You’ve spotted the perfect vacancy with a job description that ticks all the boxes, a location you love and an employer with a great reputation. But then you notice the words “competitive salary” and your heart sinks. Have you experienced this crushing sense of disappointment? Then read on, as we reveal everything you need to know about competitive salaries.
Why do some employers avoid stating a salary?
The phrase ‘competitive salary’ means that the salary on offer is equal to or above-the-market rate for a similar post. Why is it so commonly used by employers? There are several reasons.
Employers may want to leave room for negotiation and flexibility, as their final decision will depend on their chosen candidate’s expectations and experience.
They might consider salary information to be confidential and prefer to keep these details private.
They may want to filter out applicants who are only interested in the pay on offer.
They might wish to attract highly experienced candidates who earn more than their standard pay range.
How to find out if a salary is competitive
To negotiate a salary you’re happy with, you need to know what people in similar jobs are being paid. If you’re lucky enough to know someone who is already doing your dream job, why not ask them about their salary? Alternatively, you could do your research online, as many companies do specify salaries in their job adverts.
This method can be time-consuming; so you’ll be glad to know there is an easier way to find the information you need. If you enter your qualifications, your gender and how many years’ experience you have, salary checker tools like the one on the PayScale website will reveal the salary range and average salary of any particular job. When you’re ready to apply for a specific post you can also enter extra details including benefits such as health insurance and gym memberships.
LinkedIn’s salary checker provides a similar service. In exchange for typing in your current salary you’ll get a detailed breakdown of salaries related to your chosen job and your preferred location. LinkedIn also offers salary information based on company size, industry, field of study and education level.
of employees believe flexible working to be the most important job perk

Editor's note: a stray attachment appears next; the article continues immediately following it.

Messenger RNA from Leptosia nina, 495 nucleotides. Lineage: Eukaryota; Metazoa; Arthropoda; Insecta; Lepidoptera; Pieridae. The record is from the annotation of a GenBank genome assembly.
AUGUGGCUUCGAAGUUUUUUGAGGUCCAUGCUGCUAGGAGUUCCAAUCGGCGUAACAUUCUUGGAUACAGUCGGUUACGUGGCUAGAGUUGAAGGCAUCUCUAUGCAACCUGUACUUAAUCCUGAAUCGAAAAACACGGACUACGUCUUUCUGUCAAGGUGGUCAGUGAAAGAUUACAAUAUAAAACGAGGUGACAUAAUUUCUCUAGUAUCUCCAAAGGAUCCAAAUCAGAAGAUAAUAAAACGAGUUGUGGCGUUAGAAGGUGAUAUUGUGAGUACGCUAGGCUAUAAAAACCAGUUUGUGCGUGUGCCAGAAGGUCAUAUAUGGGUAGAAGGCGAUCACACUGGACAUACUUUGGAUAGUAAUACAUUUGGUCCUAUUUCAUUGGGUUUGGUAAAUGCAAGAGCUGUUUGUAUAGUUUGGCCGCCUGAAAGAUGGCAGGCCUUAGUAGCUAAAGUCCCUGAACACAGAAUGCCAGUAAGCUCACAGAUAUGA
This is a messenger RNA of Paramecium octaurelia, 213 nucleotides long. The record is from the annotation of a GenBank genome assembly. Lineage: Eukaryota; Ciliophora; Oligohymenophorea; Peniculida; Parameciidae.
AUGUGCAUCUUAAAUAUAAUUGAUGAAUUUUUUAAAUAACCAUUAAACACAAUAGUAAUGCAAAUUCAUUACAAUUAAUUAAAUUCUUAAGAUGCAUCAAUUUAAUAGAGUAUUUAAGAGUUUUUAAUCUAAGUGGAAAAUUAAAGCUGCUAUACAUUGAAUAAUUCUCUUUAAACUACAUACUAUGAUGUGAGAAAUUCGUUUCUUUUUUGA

It’s not all about the money
According to the salary experts at PayScale, a competitive salary isn’t just about the money on offer. It also covers benefits, incentives and perks that could enhance your lifestyle or allow you to spend more time with family and friends. Here are some of the perks a benefits package might include:
The feel of a workplace and the opportunities on offer in terms of career development and training are also crucial when you’re applying for jobs.
Once you’ve done your salary research and considered the value of any benefits on offer, you’ll need to decide on a minimum figure that would persuade you to accept the job. It’s also worth considering whether you’d be willing to accept a slightly lower salary if the job you’re applying for has plenty of appealing extras. Doing this before the negotiations start will help you to stand firm.
How to negotiate a competitive salary
It’s much better for you if salary negotiations happen after you’ve been offered the job. Why? Well, the recruitment process takes a lot of time and money, so if you’ve received a firm job offer you can be sure that your potential employer really wants to hire you. This gives you a definite advantage.
Unfortunately, some employers try to start the ball rolling at a much earlier stage, by asking how much you currently earn. If your first interview includes this question avoid revealing any figures, especially if your salary is at the lower end of the range. Here are three responses that may help you to deflect the question and keep the focus on the salary you’d like.
Explain that the role you’re applying for has a wider scope than your current post, making any previous earnings irrelevant.
Mention that this question is banned in some countries due to concerns about equal pay.
Say that you’re looking at salaries in the range of…
Disappointed with the initial offer you receive? Don’t be afraid to ask whether there’s any flexibility, as there usually is. Even if the offer does meet your target, it’s still worth politely pushing for either more money or extra benefits, as long as any counter offer is realistic. It’s pretty obvious that a small start up won’t have the same budget as a large, well-established company.
By demystifying the phrase ‘competitive salary’ we hope we’ve given you the knowledge and negotiation skills you need to apply for jobs without a specific salary. Do your research, exude confidence and you should come away with the salary you deserve.
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